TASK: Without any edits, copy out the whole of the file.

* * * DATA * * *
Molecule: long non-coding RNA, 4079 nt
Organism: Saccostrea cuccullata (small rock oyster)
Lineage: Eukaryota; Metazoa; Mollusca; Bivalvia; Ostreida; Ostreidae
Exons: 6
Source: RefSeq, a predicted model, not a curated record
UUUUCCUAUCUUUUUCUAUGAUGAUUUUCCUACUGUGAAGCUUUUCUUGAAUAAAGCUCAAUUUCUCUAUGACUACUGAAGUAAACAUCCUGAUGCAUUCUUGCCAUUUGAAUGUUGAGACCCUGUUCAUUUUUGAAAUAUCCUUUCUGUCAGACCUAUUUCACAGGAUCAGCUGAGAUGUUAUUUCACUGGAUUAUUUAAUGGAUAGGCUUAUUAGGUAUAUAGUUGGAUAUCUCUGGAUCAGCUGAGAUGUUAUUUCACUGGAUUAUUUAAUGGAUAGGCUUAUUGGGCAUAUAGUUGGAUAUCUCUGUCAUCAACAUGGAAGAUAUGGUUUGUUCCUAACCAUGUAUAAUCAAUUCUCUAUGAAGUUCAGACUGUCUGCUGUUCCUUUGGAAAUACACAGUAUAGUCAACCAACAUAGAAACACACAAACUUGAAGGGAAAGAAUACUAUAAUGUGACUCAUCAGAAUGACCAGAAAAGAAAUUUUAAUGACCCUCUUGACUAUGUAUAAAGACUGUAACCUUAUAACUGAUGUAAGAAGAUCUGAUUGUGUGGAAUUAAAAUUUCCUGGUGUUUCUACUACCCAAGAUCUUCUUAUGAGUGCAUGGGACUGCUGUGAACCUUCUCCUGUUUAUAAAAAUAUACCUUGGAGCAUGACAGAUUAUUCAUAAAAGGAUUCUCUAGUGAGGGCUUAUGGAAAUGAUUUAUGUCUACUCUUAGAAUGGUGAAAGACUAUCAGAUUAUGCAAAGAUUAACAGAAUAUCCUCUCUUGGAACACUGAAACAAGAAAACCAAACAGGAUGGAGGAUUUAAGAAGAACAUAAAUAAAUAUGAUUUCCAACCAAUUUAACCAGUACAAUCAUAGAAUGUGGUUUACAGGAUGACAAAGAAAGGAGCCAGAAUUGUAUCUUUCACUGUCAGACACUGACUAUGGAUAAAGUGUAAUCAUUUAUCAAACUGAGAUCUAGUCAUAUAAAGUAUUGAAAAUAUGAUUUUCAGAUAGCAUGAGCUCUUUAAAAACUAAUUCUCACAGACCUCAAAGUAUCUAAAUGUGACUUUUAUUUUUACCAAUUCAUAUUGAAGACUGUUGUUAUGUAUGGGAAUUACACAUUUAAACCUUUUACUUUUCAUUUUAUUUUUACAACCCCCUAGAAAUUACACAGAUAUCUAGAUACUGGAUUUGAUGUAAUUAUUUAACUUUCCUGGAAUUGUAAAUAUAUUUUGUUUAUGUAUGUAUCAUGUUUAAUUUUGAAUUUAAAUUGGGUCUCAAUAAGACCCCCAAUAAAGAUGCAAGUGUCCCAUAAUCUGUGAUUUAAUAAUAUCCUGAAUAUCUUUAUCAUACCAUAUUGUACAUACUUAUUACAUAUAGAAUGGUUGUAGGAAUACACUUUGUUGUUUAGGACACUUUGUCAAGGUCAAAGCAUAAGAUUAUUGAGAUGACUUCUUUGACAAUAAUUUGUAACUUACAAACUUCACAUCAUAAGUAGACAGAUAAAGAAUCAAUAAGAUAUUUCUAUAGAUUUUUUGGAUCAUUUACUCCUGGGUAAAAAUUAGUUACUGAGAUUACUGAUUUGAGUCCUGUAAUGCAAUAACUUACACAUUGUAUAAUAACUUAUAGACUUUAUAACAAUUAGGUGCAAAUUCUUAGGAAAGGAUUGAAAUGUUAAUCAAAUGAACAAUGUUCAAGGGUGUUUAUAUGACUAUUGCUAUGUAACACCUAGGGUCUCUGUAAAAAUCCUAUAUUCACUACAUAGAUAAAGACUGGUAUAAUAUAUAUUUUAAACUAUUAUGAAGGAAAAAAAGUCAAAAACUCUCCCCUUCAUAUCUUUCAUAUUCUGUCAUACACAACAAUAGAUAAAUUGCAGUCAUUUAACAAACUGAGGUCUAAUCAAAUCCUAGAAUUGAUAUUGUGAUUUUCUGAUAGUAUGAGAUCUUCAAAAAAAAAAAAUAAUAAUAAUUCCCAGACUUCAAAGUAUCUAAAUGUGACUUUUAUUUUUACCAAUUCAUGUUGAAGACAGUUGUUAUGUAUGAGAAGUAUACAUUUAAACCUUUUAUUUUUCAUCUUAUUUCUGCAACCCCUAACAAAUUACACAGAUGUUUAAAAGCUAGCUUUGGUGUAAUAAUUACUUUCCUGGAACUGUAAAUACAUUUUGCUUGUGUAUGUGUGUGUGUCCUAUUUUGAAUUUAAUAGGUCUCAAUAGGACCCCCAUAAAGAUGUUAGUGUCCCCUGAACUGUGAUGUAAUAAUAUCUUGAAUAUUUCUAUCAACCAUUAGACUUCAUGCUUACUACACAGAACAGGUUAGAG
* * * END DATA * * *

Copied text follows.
Molecule: long non-coding RNA, 4079 nt
Organism: Saccostrea cuccullata (small rock oyster)
Lineage: Eukaryota; Metazoa; Mollusca; Bivalvia; Ostreida; Ostreidae
Exons: 6
Source: RefSeq, a predicted model, not a curated record
UUUUCCUAUCUUUUUCUAUGAUGAUUUUCCUACUGUGAAGCUUUUCUUGAAUAAAGCUCAAUUUCUCUAUGACUACUGAAGUAAACAUCCUGAUGCAUUCUUGCCAUUUGAAUGUUGAGACCCUGUUCAUUUUUGAAAUAUCCUUUCUGUCAGACCUAUUUCACAGGAUCAGCUGAGAUGUUAUUUCACUGGAUUAUUUAAUGGAUAGGCUUAUUAGGUAUAUAGUUGGAUAUCUCUGGAUCAGCUGAGAUGUUAUUUCACUGGAUUAUUUAAUGGAUAGGCUUAUUGGGCAUAUAGUUGGAUAUCUCUGUCAUCAACAUGGAAGAUAUGGUUUGUUCCUAACCAUGUAUAAUCAAUUCUCUAUGAAGUUCAGACUGUCUGCUGUUCCUUUGGAAAUACACAGUAUAGUCAACCAACAUAGAAACACACAAACUUGAAGGGAAAGAAUACUAUAAUGUGACUCAUCAGAAUGACCAGAAAAGAAAUUUUAAUGACCCUCUUGACUAUGUAUAAAGACUGUAACCUUAUAACUGAUGUAAGAAGAUCUGAUUGUGUGGAAUUAAAAUUUCCUGGUGUUUCUACUACCCAAGAUCUUCUUAUGAGUGCAUGGGACUGCUGUGAACCUUCUCCUGUUUAUAAAAAUAUACCUUGGAGCAUGACAGAUUAUUCAUAAAAGGAUUCUCUAGUGAGGGCUUAUGGAAAUGAUUUAUGUCUACUCUUAGAAUGGUGAAAGACUAUCAGAUUAUGCAAAGAUUAACAGAAUAUCCUCUCUUGGAACACUGAAACAAGAAAACCAAACAGGAUGGAGGAUUUAAGAAGAACAUAAAUAAAUAUGAUUUCCAACCAAUUUAACCAGUACAAUCAUAGAAUGUGGUUUACAGGAUGACAAAGAAAGGAGCCAGAAUUGUAUCUUUCACUGUCAGACACUGACUAUGGAUAAAGUGUAAUCAUUUAUCAAACUGAGAUCUAGUCAUAUAAAGUAUUGAAAAUAUGAUUUUCAGAUAGCAUGAGCUCUUUAAAAACUAAUUCUCACAGACCUCAAAGUAUCUAAAUGUGACUUUUAUUUUUACCAAUUCAUAUUGAAGACUGUUGUUAUGUAUGGGAAUUACACAUUUAAACCUUUUACUUUUCAUUUUAUUUUUACAACCCCCUAGAAAUUACACAGAUAUCUAGAUACUGGAUUUGAUGUAAUUAUUUAACUUUCCUGGAAUUGUAAAUAUAUUUUGUUUAUGUAUGUAUCAUGUUUAAUUUUGAAUUUAAAUUGGGUCUCAAUAAGACCCCCAAUAAAGAUGCAAGUGUCCCAUAAUCUGUGAUUUAAUAAUAUCCUGAAUAUCUUUAUCAUACCAUAUUGUACAUACUUAUUACAUAUAGAAUGGUUGUAGGAAUACACUUUGUUGUUUAGGACACUUUGUCAAGGUCAAAGCAUAAGAUUAUUGAGAUGACUUCUUUGACAAUAAUUUGUAACUUACAAACUUCACAUCAUAAGUAGACAGAUAAAGAAUCAAUAAGAUAUUUCUAUAGAUUUUUUGGAUCAUUUACUCCUGGGUAAAAAUUAGUUACUGAGAUUACUGAUUUGAGUCCUGUAAUGCAAUAACUUACACAUUGUAUAAUAACUUAUAGACUUUAUAACAAUUAGGUGCAAAUUCUUAGGAAAGGAUUGAAAUGUUAAUCAAAUGAACAAUGUUCAAGGGUGUUUAUAUGACUAUUGCUAUGUAACACCUAGGGUCUCUGUAAAAAUCCUAUAUUCACUACAUAGAUAAAGACUGGUAUAAUAUAUAUUUUAAACUAUUAUGAAGGAAAAAAAGUCAAAAACUCUCCCCUUCAUAUCUUUCAUAUUCUGUCAUACACAACAAUAGAUAAAUUGCAGUCAUUUAACAAACUGAGGUCUAAUCAAAUCCUAGAAUUGAUAUUGUGAUUUUCUGAUAGUAUGAGAUCUUCAAAAAAAAAAAAUAAUAAUAAUUCCCAGACUUCAAAGUAUCUAAAUGUGACUUUUAUUUUUACCAAUUCAUGUUGAAGACAGUUGUUAUGUAUGAGAAGUAUACAUUUAAACCUUUUAUUUUUCAUCUUAUUUCUGCAACCCCUAACAAAUUACACAGAUGUUUAAAAGCUAGCUUUGGUGUAAUAAUUACUUUCCUGGAACUGUAAAUACAUUUUGCUUGUGUAUGUGUGUGUGUCCUAUUUUGAAUUUAAUAGGUCUCAAUAGGACCCCCAUAAAGAUGUUAGUGUCCCCUGAACUGUGAUGUAAUAAUAUCUUGAAUAUUUCUAUCAACCAUUAGACUUCAUGCUUACUACACAGAACAGGUUAGAG